Protect Your Network from an Internet Worm during COVID-19

(Last Updated On: April 20, 2020)

Do you want a repeat of Wanacry? Do you want an Internet Impacting Worm in the middle of the COVID-19 Crisis? All organizations can take two steps to minimize the risk of a potential Internet worm. First, they can deploy an access-lists on the edge of their network that block TCP/UDP port 445. This can be part of your organization’s Exploitable Port Filtering. Second, organizations can monitor their network with Shadowserver’s Daily Network Report. This public benefit service provides an outside-in view of risk on your network. The Daily Network Reports provide a tool to reduce risk through action and then monitor the impact of that risk reduction.

Both services are “no-cost.” Routers on the edge of the network can deploy Exploitable Port Filtering. Shadowserver’s Daily Network Report is a public benefit supported by organizations throughout the world.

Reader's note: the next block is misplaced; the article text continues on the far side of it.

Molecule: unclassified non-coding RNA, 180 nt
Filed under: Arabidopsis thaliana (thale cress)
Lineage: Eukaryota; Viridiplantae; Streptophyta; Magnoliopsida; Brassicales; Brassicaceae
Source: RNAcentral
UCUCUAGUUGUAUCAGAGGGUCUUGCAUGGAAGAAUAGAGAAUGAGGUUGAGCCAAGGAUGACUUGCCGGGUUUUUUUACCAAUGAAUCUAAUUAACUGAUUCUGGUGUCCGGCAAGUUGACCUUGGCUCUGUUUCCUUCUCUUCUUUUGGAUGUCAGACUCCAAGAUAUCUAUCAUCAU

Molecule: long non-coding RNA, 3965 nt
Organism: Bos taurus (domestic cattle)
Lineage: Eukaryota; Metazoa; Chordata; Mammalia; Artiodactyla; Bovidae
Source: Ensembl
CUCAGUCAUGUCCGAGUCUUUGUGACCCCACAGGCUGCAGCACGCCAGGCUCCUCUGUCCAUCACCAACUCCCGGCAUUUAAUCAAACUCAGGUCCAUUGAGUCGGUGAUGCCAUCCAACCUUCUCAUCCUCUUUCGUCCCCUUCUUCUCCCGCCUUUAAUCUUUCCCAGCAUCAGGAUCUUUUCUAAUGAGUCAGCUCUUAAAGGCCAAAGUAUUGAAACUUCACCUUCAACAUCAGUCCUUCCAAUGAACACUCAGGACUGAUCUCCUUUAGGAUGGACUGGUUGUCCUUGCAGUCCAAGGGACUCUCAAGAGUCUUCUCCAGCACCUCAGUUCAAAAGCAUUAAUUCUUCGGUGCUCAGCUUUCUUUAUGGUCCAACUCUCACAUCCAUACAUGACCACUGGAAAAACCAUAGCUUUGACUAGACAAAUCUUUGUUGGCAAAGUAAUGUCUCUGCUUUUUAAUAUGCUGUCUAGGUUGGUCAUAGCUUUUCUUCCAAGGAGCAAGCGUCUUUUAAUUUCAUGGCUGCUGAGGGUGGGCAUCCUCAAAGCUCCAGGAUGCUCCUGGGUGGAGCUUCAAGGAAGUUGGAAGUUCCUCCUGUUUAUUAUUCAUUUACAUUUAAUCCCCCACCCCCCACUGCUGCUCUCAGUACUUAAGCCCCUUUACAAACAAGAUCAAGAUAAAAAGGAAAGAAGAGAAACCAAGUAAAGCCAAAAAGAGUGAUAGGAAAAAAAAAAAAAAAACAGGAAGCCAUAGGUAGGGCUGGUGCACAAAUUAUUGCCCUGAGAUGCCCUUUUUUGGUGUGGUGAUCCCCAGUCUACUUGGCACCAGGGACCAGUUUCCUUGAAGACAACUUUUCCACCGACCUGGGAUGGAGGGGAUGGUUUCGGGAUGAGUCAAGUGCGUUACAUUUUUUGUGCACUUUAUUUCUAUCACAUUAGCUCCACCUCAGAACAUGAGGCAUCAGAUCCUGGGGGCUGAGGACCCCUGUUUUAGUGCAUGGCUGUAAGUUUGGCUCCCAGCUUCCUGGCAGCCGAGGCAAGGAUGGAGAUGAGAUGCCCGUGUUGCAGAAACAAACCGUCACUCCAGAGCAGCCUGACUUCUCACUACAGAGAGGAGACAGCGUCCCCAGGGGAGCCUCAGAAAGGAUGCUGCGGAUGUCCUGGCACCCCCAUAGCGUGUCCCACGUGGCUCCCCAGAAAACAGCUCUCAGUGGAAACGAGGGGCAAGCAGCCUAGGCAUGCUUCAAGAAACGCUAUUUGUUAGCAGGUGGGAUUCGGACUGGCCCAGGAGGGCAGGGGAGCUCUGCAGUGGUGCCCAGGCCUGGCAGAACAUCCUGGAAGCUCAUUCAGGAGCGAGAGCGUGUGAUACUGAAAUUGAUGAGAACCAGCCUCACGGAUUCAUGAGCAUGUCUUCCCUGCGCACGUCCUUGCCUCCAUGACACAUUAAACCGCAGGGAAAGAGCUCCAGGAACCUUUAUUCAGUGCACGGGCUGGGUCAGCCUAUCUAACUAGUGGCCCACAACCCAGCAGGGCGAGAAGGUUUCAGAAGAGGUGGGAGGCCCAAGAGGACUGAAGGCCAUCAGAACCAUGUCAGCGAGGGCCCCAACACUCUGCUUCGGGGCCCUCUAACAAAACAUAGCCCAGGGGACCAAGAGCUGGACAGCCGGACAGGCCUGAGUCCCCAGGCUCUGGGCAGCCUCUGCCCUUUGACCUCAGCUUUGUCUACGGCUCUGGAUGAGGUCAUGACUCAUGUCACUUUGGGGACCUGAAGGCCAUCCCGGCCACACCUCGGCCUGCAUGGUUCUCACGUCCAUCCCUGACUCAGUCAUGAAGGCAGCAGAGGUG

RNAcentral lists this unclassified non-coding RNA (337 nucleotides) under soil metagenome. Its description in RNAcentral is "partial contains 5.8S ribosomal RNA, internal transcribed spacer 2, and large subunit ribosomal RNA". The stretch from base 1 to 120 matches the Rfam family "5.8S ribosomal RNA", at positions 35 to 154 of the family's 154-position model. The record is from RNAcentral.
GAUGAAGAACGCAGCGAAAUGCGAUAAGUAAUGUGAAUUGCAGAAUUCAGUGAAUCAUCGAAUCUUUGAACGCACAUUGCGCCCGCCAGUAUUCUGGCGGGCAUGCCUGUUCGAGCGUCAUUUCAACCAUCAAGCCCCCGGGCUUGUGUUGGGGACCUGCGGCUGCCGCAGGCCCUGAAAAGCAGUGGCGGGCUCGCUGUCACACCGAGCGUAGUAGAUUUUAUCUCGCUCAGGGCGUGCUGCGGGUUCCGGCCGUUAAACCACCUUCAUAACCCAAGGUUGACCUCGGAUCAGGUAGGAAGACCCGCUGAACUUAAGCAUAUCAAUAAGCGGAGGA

New Potential Internet Worm

March 2020 featured an “out of cycle” vulnerability disclosure form Microsoft on a wormable SMB issue. Wanacry exploited older versions of Windows. This new SMB vulnerability impacts the latest version of Windows 10. Microsoft has pushed out an “out of cycle” update in March and included it in the April “Patch Tuesday” updates. This vulnerability received the highest Common Vulnerability Scoring System (CVSS) score of 10. It does not require user authentication and could be used to propagate an Internet worm.

CVE-2020-0796 | Windows SMBv3 Client/Server Remote Code Execution VulnerabilitySecurity Vulnerability

Microsoft Releases Patch for Wormable Bug That Threatens Corporate LANs by Tara Seals

Details about new SMB wormable bug leak in Microsoft Patch Tuesday snafuSMB vulnerability is not patched, but now everyone knows it’s there by Catalin Cimpanu for Zero Day